Paper planners are effective only if you are using them properly and regularly. Here are a few ways to get involved with the groove, if you’re not even an addict!
Perhaps you’ve made a New Year’s resolution to be much more organized. Paper planners are an old-fashioned yet efficient way to keep together with everything that has to be achieved by providing a robust visual layout and space for jotting notes, to-do lists, and ideas. The only real problem is that no planner will help you get organized if you don’t use it. Establishing that routine is very important and worth the effort. Below are a few tips on the best way to get going with a planner. (See our slideshow on 10 fabulous planners to stop you organized all year.)
1. Have a regular daily planning session.
Take 5 or 10 minutes every evening to go over your tasks for another day. That refreshes in your head what must be performed, which makes it not as likely for you really to ignore appointments, etc.Organizational expert and blogger Jen from Pretty Neat Living makes a great point by describing it being an important brain dump:
“I used to own issues drifting off to sleep until I started this nightly practice many years ago. I no further experience racing thoughts scrambling through my mind of tomorrow’s to-dos since they’re all nicely laid out for me.”
2. Have a regular weekly planning session.
In the beginning of the week, such as for example Sunday evening (or whatever is best suited for you), take a few momemts to review plans for the week ahead. This is your possiblity to plan for broader tasks that can’t be pegged to a specific day, i.e. meet up with a pal, send out thank-you notes, finish that pile of ironing, weed the garden. You can also transfer any information that may have gone into your phone throughout the week.
3. Use the monthly section.
Every planner has a monthly spread. I favor designs that stick it in the beginning of monthly, however some planners put all of the month spreads at the start of the book. This is where you should make note of all the things that won’t change – birthdays, anniversaries, holidays, due dates for bills, etc.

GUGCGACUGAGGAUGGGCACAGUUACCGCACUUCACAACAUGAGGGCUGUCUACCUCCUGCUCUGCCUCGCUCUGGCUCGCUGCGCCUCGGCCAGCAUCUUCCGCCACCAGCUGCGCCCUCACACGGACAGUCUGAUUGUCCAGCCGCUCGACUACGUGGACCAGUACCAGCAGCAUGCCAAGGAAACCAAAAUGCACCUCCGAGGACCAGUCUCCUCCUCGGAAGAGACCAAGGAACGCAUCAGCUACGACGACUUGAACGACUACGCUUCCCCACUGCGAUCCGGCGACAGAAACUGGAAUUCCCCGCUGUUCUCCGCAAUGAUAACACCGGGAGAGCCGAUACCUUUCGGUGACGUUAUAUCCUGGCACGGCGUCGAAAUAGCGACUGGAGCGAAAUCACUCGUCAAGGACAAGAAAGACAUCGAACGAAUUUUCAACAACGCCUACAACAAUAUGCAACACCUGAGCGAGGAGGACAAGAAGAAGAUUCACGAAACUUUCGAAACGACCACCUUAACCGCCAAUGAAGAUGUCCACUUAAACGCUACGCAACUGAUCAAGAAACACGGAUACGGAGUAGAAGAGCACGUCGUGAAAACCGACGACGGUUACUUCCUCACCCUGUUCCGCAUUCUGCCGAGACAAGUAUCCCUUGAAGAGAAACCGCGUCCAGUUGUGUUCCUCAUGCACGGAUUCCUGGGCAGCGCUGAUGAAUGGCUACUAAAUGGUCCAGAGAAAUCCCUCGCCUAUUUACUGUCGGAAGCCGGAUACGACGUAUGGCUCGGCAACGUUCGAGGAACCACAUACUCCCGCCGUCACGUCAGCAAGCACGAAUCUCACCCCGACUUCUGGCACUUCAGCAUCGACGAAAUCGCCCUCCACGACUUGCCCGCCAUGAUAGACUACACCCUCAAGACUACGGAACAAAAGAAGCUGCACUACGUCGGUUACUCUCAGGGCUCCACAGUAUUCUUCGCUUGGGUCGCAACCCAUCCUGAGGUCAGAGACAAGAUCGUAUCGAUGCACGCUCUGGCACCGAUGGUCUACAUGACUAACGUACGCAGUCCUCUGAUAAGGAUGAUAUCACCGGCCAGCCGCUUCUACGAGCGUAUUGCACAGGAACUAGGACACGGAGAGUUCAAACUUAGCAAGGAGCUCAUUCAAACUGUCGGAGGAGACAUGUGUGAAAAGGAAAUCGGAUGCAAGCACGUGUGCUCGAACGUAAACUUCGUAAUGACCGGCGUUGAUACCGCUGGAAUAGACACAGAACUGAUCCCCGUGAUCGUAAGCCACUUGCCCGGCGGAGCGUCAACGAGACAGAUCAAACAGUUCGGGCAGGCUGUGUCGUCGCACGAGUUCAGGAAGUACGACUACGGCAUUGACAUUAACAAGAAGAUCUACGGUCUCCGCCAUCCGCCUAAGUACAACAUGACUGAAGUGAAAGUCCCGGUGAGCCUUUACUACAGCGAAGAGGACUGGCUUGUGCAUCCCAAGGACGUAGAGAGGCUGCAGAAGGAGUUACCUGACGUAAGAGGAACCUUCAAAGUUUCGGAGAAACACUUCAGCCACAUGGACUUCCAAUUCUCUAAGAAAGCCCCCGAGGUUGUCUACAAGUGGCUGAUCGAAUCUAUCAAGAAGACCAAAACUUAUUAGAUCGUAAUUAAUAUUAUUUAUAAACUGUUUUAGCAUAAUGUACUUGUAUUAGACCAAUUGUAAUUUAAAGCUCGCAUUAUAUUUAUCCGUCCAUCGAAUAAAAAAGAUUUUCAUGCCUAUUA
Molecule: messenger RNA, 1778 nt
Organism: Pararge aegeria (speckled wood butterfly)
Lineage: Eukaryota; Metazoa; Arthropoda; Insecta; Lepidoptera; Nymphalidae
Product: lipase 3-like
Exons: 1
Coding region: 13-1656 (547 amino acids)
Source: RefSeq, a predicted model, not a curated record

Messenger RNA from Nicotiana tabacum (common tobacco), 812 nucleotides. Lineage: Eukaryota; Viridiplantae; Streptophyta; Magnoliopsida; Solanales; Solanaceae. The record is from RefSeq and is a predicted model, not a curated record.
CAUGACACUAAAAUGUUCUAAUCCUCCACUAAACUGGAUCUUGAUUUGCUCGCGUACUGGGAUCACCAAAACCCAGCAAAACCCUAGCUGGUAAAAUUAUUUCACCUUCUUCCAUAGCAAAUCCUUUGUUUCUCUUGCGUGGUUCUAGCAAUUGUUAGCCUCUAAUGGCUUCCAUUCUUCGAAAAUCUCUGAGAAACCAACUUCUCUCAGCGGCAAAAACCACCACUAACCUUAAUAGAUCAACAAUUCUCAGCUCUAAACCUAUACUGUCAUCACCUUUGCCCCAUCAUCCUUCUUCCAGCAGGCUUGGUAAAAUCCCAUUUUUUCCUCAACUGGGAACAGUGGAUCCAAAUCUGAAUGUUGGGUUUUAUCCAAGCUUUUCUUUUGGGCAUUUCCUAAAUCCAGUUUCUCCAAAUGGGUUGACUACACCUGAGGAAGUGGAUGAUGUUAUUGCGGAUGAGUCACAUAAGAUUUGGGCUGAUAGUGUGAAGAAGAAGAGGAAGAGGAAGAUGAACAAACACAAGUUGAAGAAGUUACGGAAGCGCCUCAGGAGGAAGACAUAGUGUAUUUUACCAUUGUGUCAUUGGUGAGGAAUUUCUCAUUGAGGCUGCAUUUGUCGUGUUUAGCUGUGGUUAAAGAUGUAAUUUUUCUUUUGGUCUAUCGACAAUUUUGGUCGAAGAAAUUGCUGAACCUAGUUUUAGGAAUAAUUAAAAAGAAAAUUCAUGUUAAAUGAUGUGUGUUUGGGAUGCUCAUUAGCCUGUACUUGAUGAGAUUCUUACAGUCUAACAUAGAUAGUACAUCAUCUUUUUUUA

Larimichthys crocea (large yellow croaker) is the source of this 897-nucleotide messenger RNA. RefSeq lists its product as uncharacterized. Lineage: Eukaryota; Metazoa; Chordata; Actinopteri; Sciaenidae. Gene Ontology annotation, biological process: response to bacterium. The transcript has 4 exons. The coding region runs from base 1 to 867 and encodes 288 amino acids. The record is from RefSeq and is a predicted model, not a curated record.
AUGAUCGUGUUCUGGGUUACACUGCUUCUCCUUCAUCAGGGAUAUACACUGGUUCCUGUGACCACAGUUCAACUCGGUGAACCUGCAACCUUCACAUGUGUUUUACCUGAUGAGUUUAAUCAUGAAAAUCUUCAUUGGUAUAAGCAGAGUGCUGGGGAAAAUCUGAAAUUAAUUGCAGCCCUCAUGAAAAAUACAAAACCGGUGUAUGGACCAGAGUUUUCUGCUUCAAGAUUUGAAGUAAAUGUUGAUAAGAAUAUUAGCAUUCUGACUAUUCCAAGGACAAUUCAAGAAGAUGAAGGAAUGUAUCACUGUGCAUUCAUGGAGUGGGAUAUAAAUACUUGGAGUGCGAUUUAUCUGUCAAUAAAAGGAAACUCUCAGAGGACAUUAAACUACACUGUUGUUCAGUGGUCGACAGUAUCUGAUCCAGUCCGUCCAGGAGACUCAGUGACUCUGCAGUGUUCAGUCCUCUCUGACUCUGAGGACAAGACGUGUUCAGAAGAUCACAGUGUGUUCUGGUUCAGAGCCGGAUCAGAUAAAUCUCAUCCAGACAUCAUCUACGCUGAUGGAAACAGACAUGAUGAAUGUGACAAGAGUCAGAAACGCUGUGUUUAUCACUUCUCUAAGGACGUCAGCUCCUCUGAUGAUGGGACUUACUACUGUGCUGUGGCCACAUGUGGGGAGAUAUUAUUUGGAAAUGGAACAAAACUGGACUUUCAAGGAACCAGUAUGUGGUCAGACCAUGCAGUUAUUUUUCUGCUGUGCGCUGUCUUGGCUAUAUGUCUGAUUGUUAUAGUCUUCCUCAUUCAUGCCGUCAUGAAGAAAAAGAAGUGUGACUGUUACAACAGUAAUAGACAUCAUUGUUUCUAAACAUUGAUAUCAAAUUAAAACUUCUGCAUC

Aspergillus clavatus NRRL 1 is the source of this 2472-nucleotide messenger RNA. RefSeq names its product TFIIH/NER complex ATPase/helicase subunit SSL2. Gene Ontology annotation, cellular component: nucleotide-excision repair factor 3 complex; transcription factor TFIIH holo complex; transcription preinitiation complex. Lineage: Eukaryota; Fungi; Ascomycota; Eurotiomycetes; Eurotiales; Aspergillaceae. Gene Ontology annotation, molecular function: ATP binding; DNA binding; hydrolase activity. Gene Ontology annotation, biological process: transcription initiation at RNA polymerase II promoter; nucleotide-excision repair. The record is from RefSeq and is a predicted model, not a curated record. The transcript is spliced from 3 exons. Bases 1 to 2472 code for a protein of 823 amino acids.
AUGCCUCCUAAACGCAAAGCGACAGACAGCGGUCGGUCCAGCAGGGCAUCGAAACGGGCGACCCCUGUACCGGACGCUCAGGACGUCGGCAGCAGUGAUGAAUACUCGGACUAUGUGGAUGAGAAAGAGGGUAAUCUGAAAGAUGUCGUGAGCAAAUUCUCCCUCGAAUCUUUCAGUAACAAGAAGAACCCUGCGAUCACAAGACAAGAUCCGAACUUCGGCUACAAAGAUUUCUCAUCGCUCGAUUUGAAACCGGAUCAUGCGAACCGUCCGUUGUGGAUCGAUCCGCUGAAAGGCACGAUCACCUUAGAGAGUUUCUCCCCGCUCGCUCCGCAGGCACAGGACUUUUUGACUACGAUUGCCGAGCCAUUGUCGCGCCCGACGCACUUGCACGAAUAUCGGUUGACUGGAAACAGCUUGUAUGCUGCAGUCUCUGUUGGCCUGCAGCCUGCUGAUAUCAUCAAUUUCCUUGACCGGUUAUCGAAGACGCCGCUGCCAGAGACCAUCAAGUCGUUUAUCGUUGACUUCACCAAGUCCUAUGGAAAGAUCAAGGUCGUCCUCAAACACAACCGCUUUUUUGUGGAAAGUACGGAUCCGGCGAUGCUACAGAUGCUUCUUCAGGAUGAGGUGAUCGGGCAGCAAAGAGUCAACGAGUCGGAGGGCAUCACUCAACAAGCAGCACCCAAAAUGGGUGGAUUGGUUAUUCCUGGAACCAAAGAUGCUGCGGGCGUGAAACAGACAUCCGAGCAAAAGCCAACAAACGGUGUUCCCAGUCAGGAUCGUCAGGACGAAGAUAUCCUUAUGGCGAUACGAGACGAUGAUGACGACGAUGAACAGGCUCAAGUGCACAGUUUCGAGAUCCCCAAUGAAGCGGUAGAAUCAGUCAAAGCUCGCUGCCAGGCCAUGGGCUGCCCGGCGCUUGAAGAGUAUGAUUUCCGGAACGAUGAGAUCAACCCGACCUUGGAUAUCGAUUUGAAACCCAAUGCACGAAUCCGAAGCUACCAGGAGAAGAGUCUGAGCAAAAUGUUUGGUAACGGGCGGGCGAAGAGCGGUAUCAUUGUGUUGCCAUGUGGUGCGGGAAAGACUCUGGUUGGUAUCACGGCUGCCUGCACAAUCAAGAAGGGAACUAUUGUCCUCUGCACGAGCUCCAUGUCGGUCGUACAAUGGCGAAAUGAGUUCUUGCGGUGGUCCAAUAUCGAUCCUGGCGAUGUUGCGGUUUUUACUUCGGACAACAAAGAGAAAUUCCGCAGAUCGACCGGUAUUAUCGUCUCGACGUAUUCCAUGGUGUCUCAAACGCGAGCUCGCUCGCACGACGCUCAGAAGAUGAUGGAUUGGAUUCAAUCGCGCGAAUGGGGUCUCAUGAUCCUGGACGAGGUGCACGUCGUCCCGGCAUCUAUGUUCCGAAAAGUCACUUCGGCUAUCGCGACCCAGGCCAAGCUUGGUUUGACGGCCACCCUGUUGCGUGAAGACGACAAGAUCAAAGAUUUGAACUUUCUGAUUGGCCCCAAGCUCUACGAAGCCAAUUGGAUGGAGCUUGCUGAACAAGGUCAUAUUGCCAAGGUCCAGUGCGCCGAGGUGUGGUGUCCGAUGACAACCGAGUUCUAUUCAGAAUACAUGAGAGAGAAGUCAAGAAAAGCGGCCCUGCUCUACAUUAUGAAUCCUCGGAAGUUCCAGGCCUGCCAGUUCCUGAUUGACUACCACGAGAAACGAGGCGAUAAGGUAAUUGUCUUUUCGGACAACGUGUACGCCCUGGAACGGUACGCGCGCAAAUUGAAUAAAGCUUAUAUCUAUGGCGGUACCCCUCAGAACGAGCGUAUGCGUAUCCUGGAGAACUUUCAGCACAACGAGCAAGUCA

4. Use a single planner for everything.
It’s easiest to keep all of it in one place, so you do not have to consult multiple planners or calendars. Try color-coding business and personal tasks for better separation, like a red pen for anything associated with work. This really is easiest completed with a report planner.
5. Make your steps concrete.
Write completely sentences (with verbs!) to clarify things you need to do. As an example, it’s much more likely you’ll tackle “Call Maria about recipe” quickly than if you merely write “Maria.”
6. Check your planner a lot.
Check it frequently and leave it somewhere obvious when you’re at home, a desk or table, ready for use. Don’t stuff it away on a shelf as it are certain to get forgotten. Pop it into your bag whenever you leave the home, in the same way you take your wallet and phone.
7. Choose a small passport or regular sized planner.
Small and scaled-down your planner is, the more inclined you will be to make it around and use it. Realistically, you’ll need something that could fit in a handbag or backpack. Big, hefty desk planners are nice, but never as practical, if you don’t keep an eye on everything on your phone and transfer it later to your planner, but that’s one more step. On a related note, pick a planner that draws your eye – something colorful and decorative – because that will allow you to to remember it and make you want to use it.
8. Don’t stress about filling it up.
Sometimes the appearance of empty space makes people think they have to fill it up. Don’t go there because you’ll burn up and weary in your planner. Rather, allow your planner to be reflective of your lifetime at a certain time. Some weeks is going to be jam-packed; others empty by comparison.
You should have to figure out your own personal style, whether you like to create down everything as sort of brain dump, or if you prefer to stick with only relevant scheduling stuff. Some people like designs with calendars on the left and lined/graph paper on the right, which allows for note-taking. Alternatively, you can get a slender notebook that slips into the trunk of the planner for writing down items that don’t squeeze into particular days.